Well, it has been quite a holiday! My wife delivered our son, Jamison Jakub, on December 26th at 8:14 AM. Mom and baby are doing great. I’ve posted some photos on our families personal site: www.oleksyfamily.com. I am more or less back at work for now and will be taking my paternity leave later, most likely after we ship SCOM 2007.
I wanted to talk a little about management pack authoring and editing in the SDK. This is the largest part of the SDK that I did not write, so I am not an expert at the internal workings of a lot of it, but I do know how it works.
First, there is a rather large object hierarchy when it comes to management pack related objects. At the most derived level, you will almost always find a Monitoring* object derived from a ManagementPack* object (e.g. MonitoringRule and ManagementPackRule). Monitoring* objects are returned by the online, connected SDK from the database. These objects are not “newable” and contain slightly more context, and sometimes more functionality, then their respective base class. (For instance they always have a pointer to ManagementGroup, which ManagementPack* object do not). Whenever you want to create a new management pack object, you have to use the ManagementPack* version of it to create it.
The context of a management pack object is always a management pack. When you create an object, you need to specify which management pack it goes into. This is the management pack that the ultimate commit call (AcceptChanges()) will need to be made.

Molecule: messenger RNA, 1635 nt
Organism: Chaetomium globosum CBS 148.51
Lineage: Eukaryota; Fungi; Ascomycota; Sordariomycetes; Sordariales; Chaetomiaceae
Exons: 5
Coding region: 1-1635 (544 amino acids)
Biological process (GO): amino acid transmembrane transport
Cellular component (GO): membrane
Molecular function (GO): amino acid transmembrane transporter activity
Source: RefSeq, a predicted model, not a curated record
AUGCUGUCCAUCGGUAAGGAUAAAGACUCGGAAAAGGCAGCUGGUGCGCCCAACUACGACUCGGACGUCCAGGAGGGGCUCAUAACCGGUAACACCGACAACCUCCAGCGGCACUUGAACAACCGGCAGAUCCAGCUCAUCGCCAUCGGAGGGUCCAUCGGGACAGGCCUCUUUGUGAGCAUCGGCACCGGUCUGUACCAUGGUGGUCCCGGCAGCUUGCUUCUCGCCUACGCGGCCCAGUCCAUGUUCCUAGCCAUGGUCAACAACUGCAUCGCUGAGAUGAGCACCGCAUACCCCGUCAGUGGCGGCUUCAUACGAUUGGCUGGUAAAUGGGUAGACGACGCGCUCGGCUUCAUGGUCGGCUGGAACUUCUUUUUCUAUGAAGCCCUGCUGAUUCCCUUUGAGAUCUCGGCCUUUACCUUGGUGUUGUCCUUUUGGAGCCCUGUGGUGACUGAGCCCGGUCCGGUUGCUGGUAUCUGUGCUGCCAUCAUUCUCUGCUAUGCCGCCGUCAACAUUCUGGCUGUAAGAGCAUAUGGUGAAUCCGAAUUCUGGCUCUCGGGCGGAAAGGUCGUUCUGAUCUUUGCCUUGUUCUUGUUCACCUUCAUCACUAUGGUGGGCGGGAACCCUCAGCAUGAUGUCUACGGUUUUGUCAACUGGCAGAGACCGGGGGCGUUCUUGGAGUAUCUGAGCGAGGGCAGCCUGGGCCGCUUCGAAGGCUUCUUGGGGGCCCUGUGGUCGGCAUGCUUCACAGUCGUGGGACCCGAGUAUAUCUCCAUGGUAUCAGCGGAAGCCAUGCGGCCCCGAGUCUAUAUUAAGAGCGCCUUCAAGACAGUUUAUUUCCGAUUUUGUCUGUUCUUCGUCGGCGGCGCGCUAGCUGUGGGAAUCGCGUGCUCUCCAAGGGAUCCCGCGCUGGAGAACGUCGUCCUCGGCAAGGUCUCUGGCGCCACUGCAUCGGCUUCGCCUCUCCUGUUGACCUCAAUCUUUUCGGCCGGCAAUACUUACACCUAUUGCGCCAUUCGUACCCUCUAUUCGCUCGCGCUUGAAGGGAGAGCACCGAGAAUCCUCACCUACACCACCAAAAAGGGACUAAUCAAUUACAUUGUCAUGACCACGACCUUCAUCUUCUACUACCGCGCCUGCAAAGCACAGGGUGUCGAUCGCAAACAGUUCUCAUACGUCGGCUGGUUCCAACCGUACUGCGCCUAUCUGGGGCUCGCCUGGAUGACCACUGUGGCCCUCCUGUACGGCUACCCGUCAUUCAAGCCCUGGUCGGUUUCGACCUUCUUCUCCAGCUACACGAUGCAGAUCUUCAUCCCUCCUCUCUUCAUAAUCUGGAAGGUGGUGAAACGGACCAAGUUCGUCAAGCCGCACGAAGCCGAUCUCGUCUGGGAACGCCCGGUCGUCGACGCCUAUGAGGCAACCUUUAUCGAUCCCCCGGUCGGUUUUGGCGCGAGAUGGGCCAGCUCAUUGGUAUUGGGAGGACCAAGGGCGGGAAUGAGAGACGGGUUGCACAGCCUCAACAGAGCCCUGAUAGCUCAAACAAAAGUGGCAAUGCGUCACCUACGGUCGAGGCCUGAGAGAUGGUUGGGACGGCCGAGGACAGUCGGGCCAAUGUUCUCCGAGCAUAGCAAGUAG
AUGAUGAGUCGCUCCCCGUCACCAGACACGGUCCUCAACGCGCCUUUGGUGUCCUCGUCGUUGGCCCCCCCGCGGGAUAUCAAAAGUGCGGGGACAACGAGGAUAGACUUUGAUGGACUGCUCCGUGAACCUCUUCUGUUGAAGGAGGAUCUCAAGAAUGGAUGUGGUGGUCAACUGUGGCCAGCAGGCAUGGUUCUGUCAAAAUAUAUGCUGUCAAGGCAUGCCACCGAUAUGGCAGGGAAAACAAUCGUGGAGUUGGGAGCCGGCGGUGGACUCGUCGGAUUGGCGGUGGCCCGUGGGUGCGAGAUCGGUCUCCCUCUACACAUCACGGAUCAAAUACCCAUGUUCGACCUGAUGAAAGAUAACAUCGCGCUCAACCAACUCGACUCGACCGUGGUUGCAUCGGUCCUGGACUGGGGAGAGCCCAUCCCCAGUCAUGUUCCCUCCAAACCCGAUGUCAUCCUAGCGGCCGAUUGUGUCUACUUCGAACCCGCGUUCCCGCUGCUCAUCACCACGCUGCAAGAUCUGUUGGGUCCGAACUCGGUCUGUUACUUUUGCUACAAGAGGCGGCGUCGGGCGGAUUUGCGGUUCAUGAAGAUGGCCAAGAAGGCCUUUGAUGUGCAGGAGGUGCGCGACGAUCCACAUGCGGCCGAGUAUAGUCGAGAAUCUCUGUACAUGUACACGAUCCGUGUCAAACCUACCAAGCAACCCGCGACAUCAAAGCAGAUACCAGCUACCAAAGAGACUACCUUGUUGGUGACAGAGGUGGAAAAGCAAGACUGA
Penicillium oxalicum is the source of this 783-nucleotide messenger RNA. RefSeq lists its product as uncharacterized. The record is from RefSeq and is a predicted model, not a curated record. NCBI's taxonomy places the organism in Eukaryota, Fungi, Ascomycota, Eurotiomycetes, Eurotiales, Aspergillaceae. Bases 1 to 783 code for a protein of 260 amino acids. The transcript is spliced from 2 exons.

If you want to change an existing object, simply change whatever you want about it (i.e. any settable properties) and then set its Status property to PendingUpdate. Once you do this, internally it gets placed into a pending changes collection for that management pack. But which instance you might ask? If you are working in connected SDK and you retrieve a management pack object from the database that object belongs to a particular management pack. Internally, this management pack is cached (unless you are running on CacheMode.None in which you should not be doing management pack authoring) and we always maintain the same instance of that management pack. No matter how many times you retrieve that object, that management pack instance will be the same. In fact no matter how you retrieve that management pack (with the ONE caveat that if you do criteria based searching for a management pack, the instance will actually be different as it doesn’t use the cache to perform the query) it will be the same instance.
This poses an interesting problem in that if multiple users in the same application try to update the same management pack, they will be writing into the same management pack at the same time. To alleviate this problem, the ManagementPack class exposes a LockObject property that will lock the management pack for editing. This lock should be taken prior to updating the management pack and released after committing the changes.
In order to commit changes, simply retrieve the management pack you are changing (either by calling GetManagementPack() on the object(s) you are changing, or some other independent SDK method that is not criteria based) and call AcceptChanges(). Once this method returns, the changes are committed.
I am sure users will have questions in this area, but it is such a large topic to cover, I just wanted to put together a small quick start guide to get everyone started. As always, please ask any questions you might have or if you want an expanded post on anything in particular regarding this area.